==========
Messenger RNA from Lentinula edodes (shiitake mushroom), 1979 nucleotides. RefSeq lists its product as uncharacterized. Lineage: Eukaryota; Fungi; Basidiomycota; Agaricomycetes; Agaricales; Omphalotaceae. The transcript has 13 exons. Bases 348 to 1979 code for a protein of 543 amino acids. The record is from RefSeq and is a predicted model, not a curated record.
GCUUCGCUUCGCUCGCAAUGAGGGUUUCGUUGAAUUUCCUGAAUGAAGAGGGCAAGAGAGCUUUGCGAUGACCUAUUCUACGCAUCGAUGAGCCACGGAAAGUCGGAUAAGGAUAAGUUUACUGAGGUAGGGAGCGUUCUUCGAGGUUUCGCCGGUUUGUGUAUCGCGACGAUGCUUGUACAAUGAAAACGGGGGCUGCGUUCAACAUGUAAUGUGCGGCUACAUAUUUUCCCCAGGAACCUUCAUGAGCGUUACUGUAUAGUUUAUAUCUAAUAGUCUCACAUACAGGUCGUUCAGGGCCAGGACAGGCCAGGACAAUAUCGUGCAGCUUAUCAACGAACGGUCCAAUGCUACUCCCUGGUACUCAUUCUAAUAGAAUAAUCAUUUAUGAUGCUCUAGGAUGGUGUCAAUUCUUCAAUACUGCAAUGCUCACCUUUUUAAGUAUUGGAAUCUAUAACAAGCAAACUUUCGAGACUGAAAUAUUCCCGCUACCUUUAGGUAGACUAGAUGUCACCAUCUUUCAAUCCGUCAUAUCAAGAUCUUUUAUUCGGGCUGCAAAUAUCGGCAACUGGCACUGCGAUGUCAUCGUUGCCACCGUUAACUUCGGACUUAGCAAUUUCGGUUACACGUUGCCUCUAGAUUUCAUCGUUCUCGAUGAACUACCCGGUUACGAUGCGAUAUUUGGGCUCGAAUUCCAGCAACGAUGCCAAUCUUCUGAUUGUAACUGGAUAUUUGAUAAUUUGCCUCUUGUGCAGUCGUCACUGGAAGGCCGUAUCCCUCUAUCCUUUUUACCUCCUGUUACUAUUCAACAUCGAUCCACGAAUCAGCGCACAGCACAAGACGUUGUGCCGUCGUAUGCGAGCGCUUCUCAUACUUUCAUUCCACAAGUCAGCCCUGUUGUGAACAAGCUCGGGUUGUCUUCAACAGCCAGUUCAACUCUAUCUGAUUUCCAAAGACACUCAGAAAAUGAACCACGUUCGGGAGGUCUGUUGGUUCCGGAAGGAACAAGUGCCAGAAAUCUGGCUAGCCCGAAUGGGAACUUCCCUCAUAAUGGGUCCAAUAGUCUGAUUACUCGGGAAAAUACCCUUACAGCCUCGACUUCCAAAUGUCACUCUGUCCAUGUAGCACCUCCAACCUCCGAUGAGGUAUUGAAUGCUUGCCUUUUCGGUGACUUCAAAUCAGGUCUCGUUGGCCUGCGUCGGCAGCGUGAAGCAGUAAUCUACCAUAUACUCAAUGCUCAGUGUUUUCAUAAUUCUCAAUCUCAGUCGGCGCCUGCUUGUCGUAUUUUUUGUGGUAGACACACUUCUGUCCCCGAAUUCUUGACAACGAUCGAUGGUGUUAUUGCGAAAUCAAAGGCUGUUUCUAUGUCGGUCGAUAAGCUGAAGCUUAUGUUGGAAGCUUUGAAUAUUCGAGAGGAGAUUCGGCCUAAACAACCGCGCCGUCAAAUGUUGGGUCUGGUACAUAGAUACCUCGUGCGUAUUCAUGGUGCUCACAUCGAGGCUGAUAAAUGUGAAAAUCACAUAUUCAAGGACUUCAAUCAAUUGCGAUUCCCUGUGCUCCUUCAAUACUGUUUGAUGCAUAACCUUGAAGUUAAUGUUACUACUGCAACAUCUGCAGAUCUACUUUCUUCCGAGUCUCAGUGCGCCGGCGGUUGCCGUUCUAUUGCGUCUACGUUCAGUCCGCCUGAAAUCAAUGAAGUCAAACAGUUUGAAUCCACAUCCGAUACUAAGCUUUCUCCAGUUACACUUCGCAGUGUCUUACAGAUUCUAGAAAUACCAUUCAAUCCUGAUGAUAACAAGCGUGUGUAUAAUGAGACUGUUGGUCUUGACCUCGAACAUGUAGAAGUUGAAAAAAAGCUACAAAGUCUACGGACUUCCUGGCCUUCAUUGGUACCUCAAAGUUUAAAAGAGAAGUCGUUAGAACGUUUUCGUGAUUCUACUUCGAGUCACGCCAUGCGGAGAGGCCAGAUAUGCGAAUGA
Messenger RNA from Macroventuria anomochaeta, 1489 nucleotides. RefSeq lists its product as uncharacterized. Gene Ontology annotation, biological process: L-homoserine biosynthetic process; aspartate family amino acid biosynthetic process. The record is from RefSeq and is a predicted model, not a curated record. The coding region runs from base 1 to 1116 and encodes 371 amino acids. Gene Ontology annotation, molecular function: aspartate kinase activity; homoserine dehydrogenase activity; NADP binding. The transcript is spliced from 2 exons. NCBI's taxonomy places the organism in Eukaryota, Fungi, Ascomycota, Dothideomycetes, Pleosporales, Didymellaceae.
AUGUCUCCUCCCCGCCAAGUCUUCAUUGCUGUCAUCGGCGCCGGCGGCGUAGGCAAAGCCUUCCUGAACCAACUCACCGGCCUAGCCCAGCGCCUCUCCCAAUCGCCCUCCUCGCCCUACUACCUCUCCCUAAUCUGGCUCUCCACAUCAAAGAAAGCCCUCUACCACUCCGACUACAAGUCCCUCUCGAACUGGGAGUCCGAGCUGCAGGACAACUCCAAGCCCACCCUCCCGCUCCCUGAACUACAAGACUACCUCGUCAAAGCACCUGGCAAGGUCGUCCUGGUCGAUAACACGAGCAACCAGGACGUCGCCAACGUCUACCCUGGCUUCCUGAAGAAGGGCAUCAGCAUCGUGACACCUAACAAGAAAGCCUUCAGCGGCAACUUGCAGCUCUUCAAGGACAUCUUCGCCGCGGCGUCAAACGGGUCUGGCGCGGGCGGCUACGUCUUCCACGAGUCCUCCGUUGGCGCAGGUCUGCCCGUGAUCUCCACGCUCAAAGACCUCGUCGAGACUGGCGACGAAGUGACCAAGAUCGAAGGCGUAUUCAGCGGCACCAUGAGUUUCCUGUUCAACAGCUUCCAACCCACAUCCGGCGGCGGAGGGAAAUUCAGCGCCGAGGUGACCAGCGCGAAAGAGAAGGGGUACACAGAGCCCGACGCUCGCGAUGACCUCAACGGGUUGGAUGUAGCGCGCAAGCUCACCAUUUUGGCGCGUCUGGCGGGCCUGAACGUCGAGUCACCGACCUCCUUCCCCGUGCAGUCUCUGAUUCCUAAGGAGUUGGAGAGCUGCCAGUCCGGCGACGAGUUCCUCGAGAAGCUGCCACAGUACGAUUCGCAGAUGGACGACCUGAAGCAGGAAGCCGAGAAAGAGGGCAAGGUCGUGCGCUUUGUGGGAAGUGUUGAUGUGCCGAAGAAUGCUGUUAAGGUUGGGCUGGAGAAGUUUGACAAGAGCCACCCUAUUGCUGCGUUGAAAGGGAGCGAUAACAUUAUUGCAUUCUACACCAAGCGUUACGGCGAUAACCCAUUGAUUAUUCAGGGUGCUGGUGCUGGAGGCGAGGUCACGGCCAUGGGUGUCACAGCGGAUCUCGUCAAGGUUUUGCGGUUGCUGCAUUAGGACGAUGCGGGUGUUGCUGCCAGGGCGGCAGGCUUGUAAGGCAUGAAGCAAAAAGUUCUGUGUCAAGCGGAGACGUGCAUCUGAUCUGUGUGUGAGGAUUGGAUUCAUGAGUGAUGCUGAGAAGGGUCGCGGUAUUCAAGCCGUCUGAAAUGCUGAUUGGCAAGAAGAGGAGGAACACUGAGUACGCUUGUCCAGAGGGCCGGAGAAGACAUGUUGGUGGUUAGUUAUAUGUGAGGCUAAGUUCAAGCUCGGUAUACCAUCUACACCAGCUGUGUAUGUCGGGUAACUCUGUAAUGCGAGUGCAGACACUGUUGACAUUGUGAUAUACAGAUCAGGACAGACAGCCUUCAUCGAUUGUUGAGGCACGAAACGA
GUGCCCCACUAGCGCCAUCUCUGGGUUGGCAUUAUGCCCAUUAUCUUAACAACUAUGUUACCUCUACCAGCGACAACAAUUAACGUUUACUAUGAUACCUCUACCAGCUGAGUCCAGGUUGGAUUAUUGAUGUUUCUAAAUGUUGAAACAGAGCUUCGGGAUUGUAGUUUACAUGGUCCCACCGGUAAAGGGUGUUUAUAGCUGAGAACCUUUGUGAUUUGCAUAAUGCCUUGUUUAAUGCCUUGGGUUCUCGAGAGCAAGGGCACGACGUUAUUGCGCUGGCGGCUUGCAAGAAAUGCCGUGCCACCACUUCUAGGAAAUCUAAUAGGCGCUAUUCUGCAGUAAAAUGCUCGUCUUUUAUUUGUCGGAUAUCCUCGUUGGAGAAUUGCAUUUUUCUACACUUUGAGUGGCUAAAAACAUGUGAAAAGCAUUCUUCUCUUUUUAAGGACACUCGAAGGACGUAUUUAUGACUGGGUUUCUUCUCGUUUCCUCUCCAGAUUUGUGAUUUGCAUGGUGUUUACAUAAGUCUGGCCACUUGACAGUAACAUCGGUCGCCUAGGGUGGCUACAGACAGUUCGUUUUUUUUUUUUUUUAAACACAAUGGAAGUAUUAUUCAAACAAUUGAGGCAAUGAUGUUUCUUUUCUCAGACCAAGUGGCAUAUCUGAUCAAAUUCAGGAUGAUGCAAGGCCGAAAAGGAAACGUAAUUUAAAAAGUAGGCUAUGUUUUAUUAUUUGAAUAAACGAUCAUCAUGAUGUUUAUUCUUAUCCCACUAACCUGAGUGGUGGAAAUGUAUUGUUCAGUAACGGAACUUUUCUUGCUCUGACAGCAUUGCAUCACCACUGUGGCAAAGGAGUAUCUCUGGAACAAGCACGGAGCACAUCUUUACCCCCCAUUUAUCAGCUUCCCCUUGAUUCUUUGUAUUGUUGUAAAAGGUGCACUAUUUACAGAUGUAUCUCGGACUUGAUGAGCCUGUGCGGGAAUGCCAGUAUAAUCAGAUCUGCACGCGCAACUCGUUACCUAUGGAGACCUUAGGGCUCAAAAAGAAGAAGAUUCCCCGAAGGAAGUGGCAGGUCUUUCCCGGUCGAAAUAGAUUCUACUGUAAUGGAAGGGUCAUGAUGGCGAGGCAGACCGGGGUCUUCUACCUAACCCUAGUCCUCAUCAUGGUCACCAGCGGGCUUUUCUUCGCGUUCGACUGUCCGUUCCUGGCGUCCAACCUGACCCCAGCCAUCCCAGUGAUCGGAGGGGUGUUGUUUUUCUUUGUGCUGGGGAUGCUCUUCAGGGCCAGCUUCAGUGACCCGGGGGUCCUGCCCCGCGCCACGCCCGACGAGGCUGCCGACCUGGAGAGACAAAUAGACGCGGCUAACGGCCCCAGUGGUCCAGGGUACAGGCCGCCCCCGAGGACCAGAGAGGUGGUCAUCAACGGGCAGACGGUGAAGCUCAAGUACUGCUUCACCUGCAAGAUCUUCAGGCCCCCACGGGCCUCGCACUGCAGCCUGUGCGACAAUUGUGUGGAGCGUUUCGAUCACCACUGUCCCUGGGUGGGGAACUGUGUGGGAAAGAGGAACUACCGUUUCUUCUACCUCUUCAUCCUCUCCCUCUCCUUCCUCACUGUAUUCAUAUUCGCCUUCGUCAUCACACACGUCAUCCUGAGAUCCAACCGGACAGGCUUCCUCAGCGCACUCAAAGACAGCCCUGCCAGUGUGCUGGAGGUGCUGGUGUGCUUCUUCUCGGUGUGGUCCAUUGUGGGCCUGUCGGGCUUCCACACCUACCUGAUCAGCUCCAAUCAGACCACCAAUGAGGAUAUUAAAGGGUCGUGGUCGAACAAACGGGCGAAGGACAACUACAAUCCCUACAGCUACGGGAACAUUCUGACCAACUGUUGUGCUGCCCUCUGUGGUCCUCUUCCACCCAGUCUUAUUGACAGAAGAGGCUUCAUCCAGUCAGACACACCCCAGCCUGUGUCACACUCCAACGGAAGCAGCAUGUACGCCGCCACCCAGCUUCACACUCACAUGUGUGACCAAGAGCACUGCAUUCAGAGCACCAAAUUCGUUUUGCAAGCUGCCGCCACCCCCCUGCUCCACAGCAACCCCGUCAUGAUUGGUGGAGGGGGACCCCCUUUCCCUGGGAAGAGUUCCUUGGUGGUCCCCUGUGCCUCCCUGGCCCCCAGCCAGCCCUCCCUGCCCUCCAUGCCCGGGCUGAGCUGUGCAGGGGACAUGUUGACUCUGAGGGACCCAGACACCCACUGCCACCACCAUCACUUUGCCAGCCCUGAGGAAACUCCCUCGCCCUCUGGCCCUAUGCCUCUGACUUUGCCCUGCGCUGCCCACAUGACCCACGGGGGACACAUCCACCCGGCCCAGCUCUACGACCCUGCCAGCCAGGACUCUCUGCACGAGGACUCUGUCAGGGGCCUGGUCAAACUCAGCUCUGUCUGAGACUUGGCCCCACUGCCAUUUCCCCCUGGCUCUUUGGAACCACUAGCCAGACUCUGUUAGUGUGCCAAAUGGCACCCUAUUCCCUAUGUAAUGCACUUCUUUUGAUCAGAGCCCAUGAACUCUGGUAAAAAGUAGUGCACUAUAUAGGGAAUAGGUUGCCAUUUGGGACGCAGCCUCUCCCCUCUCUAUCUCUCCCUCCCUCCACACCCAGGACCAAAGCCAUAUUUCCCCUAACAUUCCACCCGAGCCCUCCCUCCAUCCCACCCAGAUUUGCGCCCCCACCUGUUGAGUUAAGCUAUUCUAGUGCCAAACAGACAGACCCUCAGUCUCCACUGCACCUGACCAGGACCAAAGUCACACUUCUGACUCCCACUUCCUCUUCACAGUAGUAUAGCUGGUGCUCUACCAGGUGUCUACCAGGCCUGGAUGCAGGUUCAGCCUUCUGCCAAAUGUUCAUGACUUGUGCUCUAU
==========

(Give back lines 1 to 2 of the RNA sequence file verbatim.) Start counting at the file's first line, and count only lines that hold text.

Messenger RNA from Lentinula edodes (shiitake mushroom), 1979 nucleotides. RefSeq lists its product as uncharacterized. Lineage: Eukaryota; Fungi; Basidiomycota; Agaricomycetes; Agaricales; Omphalotaceae. The transcript has 13 exons. Bases 348 to 1979 code for a protein of 543 amino acids. The record is from RefSeq and is a predicted model, not a curated record.
GCUUCGCUUCGCUCGCAAUGAGGGUUUCGUUGAAUUUCCUGAAUGAAGAGGGCAAGAGAGCUUUGCGAUGACCUAUUCUACGCAUCGAUGAGCCACGGAAAGUCGGAUAAGGAUAAGUUUACUGAGGUAGGGAGCGUUCUUCGAGGUUUCGCCGGUUUGUGUAUCGCGACGAUGCUUGUACAAUGAAAACGGGGGCUGCGUUCAACAUGUAAUGUGCGGCUACAUAUUUUCCCCAGGAACCUUCAUGAGCGUUACUGUAUAGUUUAUAUCUAAUAGUCUCACAUACAGGUCGUUCAGGGCCAGGACAGGCCAGGACAAUAUCGUGCAGCUUAUCAACGAACGGUCCAAUGCUACUCCCUGGUACUCAUUCUAAUAGAAUAAUCAUUUAUGAUGCUCUAGGAUGGUGUCAAUUCUUCAAUACUGCAAUGCUCACCUUUUUAAGUAUUGGAAUCUAUAACAAGCAAACUUUCGAGACUGAAAUAUUCCCGCUACCUUUAGGUAGACUAGAUGUCACCAUCUUUCAAUCCGUCAUAUCAAGAUCUUUUAUUCGGGCUGCAAAUAUCGGCAACUGGCACUGCGAUGUCAUCGUUGCCACCGUUAACUUCGGACUUAGCAAUUUCGGUUACACGUUGCCUCUAGAUUUCAUCGUUCUCGAUGAACUACCCGGUUACGAUGCGAUAUUUGGGCUCGAAUUCCAGCAACGAUGCCAAUCUUCUGAUUGUAACUGGAUAUUUGAUAAUUUGCCUCUUGUGCAGUCGUCACUGGAAGGCCGUAUCCCUCUAUCCUUUUUACCUCCUGUUACUAUUCAACAUCGAUCCACGAAUCAGCGCACAGCACAAGACGUUGUGCCGUCGUAUGCGAGCGCUUCUCAUACUUUCAUUCCACAAGUCAGCCCUGUUGUGAACAAGCUCGGGUUGUCUUCAACAGCCAGUUCAACUCUAUCUGAUUUCCAAAGACACUCAGAAAAUGAACCACGUUCGGGAGGUCUGUUGGUUCCGGAAGGAACAAGUGCCAGAAAUCUGGCUAGCCCGAAUGGGAACUUCCCUCAUAAUGGGUCCAAUAGUCUGAUUACUCGGGAAAAUACCCUUACAGCCUCGACUUCCAAAUGUCACUCUGUCCAUGUAGCACCUCCAACCUCCGAUGAGGUAUUGAAUGCUUGCCUUUUCGGUGACUUCAAAUCAGGUCUCGUUGGCCUGCGUCGGCAGCGUGAAGCAGUAAUCUACCAUAUACUCAAUGCUCAGUGUUUUCAUAAUUCUCAAUCUCAGUCGGCGCCUGCUUGUCGUAUUUUUUGUGGUAGACACACUUCUGUCCCCGAAUUCUUGACAACGAUCGAUGGUGUUAUUGCGAAAUCAAAGGCUGUUUCUAUGUCGGUCGAUAAGCUGAAGCUUAUGUUGGAAGCUUUGAAUAUUCGAGAGGAGAUUCGGCCUAAACAACCGCGCCGUCAAAUGUUGGGUCUGGUACAUAGAUACCUCGUGCGUAUUCAUGGUGCUCACAUCGAGGCUGAUAAAUGUGAAAAUCACAUAUUCAAGGACUUCAAUCAAUUGCGAUUCCCUGUGCUCCUUCAAUACUGUUUGAUGCAUAACCUUGAAGUUAAUGUUACUACUGCAACAUCUGCAGAUCUACUUUCUUCCGAGUCUCAGUGCGCCGGCGGUUGCCGUUCUAUUGCGUCUACGUUCAGUCCGCCUGAAAUCAAUGAAGUCAAACAGUUUGAAUCCACAUCCGAUACUAAGCUUUCUCCAGUUACACUUCGCAGUGUCUUACAGAUUCUAGAAAUACCAUUCAAUCCUGAUGAUAACAAGCGUGUGUAUAAUGAGACUGUUGGUCUUGACCUCGAACAUGUAGAAGUUGAAAAAAAGCUACAAAGUCUACGGACUUCCUGGCCUUCAUUGGUACCUCAAAGUUUAAAAGAGAAGUCGUUAGAACGUUUUCGUGAUUCUACUUCGAGUCACGCCAUGCGGAGAGGCCAGAUAUGCGAAUGA